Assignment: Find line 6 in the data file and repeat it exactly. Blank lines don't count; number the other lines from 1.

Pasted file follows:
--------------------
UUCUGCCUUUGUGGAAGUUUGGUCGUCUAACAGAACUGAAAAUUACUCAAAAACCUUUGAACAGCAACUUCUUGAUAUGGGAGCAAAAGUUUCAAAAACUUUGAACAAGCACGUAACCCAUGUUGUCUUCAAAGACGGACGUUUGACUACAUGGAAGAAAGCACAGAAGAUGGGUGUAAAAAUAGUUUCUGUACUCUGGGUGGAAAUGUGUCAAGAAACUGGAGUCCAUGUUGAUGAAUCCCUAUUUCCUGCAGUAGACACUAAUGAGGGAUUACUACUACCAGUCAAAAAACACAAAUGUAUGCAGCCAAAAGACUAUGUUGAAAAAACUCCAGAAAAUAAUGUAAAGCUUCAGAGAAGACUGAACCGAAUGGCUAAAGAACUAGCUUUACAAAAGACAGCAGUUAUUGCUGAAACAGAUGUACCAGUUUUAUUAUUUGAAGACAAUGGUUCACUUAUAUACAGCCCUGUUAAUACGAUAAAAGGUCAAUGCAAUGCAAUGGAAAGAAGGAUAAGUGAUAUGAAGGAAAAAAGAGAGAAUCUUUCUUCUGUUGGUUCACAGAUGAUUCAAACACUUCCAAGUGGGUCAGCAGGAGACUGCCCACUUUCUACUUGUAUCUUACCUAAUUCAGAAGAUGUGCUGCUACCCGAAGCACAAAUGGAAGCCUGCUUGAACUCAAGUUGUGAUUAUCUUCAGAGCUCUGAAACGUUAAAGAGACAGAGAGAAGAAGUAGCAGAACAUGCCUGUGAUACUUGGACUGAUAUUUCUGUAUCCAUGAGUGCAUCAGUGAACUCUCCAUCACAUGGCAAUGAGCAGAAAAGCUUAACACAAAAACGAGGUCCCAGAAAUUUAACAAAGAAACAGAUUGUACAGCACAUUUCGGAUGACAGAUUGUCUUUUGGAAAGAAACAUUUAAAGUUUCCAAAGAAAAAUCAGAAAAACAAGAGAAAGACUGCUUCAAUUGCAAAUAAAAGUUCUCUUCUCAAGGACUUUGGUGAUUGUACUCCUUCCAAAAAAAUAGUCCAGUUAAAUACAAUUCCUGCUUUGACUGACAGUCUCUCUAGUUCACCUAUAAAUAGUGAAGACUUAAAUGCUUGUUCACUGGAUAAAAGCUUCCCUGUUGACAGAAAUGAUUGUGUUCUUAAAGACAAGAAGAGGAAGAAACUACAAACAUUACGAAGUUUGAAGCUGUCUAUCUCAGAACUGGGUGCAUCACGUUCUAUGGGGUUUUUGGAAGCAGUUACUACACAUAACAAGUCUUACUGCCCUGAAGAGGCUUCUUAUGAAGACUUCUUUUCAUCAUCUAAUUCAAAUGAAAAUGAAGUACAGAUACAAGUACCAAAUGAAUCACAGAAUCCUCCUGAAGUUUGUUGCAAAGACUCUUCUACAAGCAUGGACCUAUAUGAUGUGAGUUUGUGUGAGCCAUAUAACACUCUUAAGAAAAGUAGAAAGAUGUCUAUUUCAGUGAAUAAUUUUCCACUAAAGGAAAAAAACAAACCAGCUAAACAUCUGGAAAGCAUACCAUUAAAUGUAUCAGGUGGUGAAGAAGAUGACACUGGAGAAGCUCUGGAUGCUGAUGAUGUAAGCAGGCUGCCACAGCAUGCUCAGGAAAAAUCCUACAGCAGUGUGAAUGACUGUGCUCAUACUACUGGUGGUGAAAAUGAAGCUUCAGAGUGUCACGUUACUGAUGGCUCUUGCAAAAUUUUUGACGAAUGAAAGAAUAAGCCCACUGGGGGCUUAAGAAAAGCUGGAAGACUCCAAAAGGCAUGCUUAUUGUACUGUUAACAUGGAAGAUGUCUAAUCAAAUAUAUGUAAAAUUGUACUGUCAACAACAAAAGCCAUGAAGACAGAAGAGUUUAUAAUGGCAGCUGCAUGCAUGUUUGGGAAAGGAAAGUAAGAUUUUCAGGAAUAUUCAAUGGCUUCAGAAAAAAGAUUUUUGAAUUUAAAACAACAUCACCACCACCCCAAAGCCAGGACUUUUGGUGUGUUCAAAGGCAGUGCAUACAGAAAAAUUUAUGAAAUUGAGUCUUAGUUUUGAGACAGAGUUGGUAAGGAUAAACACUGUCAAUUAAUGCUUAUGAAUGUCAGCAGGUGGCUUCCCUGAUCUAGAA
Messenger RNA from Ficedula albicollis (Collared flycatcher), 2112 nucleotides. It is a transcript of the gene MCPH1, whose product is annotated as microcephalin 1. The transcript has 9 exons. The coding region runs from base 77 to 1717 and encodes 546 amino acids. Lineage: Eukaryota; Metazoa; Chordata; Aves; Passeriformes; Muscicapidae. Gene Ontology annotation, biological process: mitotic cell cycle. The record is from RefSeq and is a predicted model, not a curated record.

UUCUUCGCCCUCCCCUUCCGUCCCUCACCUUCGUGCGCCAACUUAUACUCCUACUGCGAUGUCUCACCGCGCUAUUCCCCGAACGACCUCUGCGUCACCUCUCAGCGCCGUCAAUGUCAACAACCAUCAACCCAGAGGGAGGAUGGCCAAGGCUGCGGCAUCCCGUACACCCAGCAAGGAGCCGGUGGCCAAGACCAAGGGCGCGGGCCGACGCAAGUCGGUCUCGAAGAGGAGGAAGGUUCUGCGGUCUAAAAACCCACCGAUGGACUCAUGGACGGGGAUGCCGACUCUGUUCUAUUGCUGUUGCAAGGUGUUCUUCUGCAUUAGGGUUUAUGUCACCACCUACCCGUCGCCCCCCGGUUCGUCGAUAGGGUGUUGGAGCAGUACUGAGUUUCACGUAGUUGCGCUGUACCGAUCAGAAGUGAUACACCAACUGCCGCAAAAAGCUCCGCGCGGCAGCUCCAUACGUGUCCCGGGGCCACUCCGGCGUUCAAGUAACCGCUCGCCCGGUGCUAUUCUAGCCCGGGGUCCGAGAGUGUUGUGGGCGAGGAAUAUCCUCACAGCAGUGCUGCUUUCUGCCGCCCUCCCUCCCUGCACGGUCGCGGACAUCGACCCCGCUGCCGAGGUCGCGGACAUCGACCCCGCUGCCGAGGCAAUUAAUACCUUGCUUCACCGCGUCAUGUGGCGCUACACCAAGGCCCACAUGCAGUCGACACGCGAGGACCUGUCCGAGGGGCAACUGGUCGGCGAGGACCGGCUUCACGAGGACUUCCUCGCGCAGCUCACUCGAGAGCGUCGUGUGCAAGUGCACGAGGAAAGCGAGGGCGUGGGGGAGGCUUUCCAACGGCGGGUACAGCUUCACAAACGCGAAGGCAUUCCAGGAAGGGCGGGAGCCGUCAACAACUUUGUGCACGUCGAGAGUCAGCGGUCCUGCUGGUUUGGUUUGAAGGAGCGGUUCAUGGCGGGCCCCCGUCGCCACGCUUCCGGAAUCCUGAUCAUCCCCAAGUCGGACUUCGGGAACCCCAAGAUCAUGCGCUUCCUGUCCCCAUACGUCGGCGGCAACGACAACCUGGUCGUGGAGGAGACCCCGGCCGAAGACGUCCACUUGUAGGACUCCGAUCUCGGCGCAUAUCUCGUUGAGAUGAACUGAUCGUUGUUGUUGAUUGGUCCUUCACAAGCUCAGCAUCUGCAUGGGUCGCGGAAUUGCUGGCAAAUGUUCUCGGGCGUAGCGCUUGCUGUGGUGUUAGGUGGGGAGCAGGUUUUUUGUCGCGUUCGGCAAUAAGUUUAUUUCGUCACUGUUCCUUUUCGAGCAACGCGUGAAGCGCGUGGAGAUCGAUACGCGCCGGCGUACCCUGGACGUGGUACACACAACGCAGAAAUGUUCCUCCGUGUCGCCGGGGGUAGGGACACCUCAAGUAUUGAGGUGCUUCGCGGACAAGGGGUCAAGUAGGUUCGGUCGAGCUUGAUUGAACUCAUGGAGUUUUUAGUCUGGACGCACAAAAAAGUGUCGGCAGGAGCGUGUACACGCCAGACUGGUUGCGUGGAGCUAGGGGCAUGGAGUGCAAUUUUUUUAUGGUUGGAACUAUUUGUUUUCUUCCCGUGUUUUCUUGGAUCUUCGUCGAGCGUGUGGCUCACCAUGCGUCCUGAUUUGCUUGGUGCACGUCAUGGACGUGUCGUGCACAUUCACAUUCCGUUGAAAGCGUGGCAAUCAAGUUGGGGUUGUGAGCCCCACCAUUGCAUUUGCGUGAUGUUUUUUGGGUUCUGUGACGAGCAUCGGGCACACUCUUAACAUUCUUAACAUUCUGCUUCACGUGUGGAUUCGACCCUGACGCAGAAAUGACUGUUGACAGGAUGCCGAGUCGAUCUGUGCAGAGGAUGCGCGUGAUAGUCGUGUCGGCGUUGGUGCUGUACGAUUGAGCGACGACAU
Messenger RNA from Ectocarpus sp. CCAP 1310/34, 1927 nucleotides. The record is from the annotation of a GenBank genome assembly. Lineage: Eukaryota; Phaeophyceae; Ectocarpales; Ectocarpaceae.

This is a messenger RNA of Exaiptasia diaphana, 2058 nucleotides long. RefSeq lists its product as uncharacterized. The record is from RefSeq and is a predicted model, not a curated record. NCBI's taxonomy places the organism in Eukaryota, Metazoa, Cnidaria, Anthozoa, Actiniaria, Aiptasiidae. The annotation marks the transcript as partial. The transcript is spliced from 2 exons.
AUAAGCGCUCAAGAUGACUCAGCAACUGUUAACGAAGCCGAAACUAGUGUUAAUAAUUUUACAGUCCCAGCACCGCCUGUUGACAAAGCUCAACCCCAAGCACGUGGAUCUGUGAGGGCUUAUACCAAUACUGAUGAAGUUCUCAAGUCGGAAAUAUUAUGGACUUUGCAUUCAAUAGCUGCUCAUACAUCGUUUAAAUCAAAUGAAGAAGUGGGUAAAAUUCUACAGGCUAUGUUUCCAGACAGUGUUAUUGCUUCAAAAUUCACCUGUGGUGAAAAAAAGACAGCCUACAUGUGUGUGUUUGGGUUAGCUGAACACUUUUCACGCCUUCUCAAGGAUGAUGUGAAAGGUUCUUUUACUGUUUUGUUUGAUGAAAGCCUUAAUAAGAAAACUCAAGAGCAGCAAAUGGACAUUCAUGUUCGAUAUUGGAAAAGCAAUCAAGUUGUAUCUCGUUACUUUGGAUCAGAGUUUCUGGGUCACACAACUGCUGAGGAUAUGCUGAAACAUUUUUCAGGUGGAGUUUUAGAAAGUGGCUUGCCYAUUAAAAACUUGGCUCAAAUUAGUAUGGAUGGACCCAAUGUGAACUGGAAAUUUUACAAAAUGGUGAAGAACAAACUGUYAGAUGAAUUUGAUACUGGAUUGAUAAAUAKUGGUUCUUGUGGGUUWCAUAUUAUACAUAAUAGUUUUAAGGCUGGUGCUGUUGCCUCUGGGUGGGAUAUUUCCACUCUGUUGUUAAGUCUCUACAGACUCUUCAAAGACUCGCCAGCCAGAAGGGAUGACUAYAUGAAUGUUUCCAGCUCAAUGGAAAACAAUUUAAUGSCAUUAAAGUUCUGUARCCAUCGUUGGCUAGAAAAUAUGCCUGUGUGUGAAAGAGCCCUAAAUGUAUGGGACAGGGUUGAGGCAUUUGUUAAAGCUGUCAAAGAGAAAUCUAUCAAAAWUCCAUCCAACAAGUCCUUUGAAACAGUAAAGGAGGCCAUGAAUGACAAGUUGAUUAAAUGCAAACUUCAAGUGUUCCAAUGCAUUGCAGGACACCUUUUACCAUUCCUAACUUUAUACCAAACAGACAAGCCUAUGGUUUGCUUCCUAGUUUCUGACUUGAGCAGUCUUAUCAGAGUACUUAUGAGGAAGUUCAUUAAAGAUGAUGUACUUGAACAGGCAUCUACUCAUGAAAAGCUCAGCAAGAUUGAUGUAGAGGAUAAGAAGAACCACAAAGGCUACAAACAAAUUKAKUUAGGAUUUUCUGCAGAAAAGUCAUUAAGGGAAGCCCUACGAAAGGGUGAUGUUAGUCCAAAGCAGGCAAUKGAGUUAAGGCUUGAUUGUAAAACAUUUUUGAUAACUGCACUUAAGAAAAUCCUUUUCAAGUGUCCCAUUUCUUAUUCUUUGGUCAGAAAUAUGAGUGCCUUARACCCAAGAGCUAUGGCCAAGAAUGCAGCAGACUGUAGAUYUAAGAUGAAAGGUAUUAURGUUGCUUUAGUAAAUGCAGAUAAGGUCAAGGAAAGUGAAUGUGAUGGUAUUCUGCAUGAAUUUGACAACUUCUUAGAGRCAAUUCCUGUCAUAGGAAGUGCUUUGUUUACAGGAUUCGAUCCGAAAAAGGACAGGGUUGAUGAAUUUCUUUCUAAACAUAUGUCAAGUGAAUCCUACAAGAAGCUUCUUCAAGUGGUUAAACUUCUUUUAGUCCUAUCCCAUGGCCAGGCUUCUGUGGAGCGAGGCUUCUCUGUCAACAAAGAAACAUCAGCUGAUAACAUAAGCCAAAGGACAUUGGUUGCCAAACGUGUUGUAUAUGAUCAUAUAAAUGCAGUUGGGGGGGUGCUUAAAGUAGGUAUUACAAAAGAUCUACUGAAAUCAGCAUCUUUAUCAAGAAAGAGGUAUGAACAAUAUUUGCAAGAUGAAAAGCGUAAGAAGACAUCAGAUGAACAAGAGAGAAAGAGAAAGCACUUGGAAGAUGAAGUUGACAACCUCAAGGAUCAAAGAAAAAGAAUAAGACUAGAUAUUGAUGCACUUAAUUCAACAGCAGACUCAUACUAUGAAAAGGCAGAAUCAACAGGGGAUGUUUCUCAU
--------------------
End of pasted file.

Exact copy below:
AUAAGCGCUCAAGAUGACUCAGCAACUGUUAACGAAGCCGAAACUAGUGUUAAUAAUUUUACAGUCCCAGCACCGCCUGUUGACAAAGCUCAACCCCAAGCACGUGGAUCUGUGAGGGCUUAUACCAAUACUGAUGAAGUUCUCAAGUCGGAAAUAUUAUGGACUUUGCAUUCAAUAGCUGCUCAUACAUCGUUUAAAUCAAAUGAAGAAGUGGGUAAAAUUCUACAGGCUAUGUUUCCAGACAGUGUUAUUGCUUCAAAAUUCACCUGUGGUGAAAAAAAGACAGCCUACAUGUGUGUGUUUGGGUUAGCUGAACACUUUUCACGCCUUCUCAAGGAUGAUGUGAAAGGUUCUUUUACUGUUUUGUUUGAUGAAAGCCUUAAUAAGAAAACUCAAGAGCAGCAAAUGGACAUUCAUGUUCGAUAUUGGAAAAGCAAUCAAGUUGUAUCUCGUUACUUUGGAUCAGAGUUUCUGGGUCACACAACUGCUGAGGAUAUGCUGAAACAUUUUUCAGGUGGAGUUUUAGAAAGUGGCUUGCCYAUUAAAAACUUGGCUCAAAUUAGUAUGGAUGGACCCAAUGUGAACUGGAAAUUUUACAAAAUGGUGAAGAACAAACUGUYAGAUGAAUUUGAUACUGGAUUGAUAAAUAKUGGUUCUUGUGGGUUWCAUAUUAUACAUAAUAGUUUUAAGGCUGGUGCUGUUGCCUCUGGGUGGGAUAUUUCCACUCUGUUGUUAAGUCUCUACAGACUCUUCAAAGACUCGCCAGCCAGAAGGGAUGACUAYAUGAAUGUUUCCAGCUCAAUGGAAAACAAUUUAAUGSCAUUAAAGUUCUGUARCCAUCGUUGGCUAGAAAAUAUGCCUGUGUGUGAAAGAGCCCUAAAUGUAUGGGACAGGGUUGAGGCAUUUGUUAAAGCUGUCAAAGAGAAAUCUAUCAAAAWUCCAUCCAACAAGUCCUUUGAAACAGUAAAGGAGGCCAUGAAUGACAAGUUGAUUAAAUGCAAACUUCAAGUGUUCCAAUGCAUUGCAGGACACCUUUUACCAUUCCUAACUUUAUACCAAACAGACAAGCCUAUGGUUUGCUUCCUAGUUUCUGACUUGAGCAGUCUUAUCAGAGUACUUAUGAGGAAGUUCAUUAAAGAUGAUGUACUUGAACAGGCAUCUACUCAUGAAAAGCUCAGCAAGAUUGAUGUAGAGGAUAAGAAGAACCACAAAGGCUACAAACAAAUUKAKUUAGGAUUUUCUGCAGAAAAGUCAUUAAGGGAAGCCCUACGAAAGGGUGAUGUUAGUCCAAAGCAGGCAAUKGAGUUAAGGCUUGAUUGUAAAACAUUUUUGAUAACUGCACUUAAGAAAAUCCUUUUCAAGUGUCCCAUUUCUUAUUCUUUGGUCAGAAAUAUGAGUGCCUUARACCCAAGAGCUAUGGCCAAGAAUGCAGCAGACUGUAGAUYUAAGAUGAAAGGUAUUAURGUUGCUUUAGUAAAUGCAGAUAAGGUCAAGGAAAGUGAAUGUGAUGGUAUUCUGCAUGAAUUUGACAACUUCUUAGAGRCAAUUCCUGUCAUAGGAAGUGCUUUGUUUACAGGAUUCGAUCCGAAAAAGGACAGGGUUGAUGAAUUUCUUUCUAAACAUAUGUCAAGUGAAUCCUACAAGAAGCUUCUUCAAGUGGUUAAACUUCUUUUAGUCCUAUCCCAUGGCCAGGCUUCUGUGGAGCGAGGCUUCUCUGUCAACAAAGAAACAUCAGCUGAUAACAUAAGCCAAAGGACAUUGGUUGCCAAACGUGUUGUAUAUGAUCAUAUAAAUGCAGUUGGGGGGGUGCUUAAAGUAGGUAUUACAAAAGAUCUACUGAAAUCAGCAUCUUUAUCAAGAAAGAGGUAUGAACAAUAUUUGCAAGAUGAAAAGCGUAAGAAGACAUCAGAUGAACAAGAGAGAAAGAGAAAGCACUUGGAAGAUGAAGUUGACAACCUCAAGGAUCAAAGAAAAAGAAUAAGACUAGAUAUUGAUGCACUUAAUUCAACAGCAGACUCAUACUAUGAAAAGGCAGAAUCAACAGGGGAUGUUUCUCAU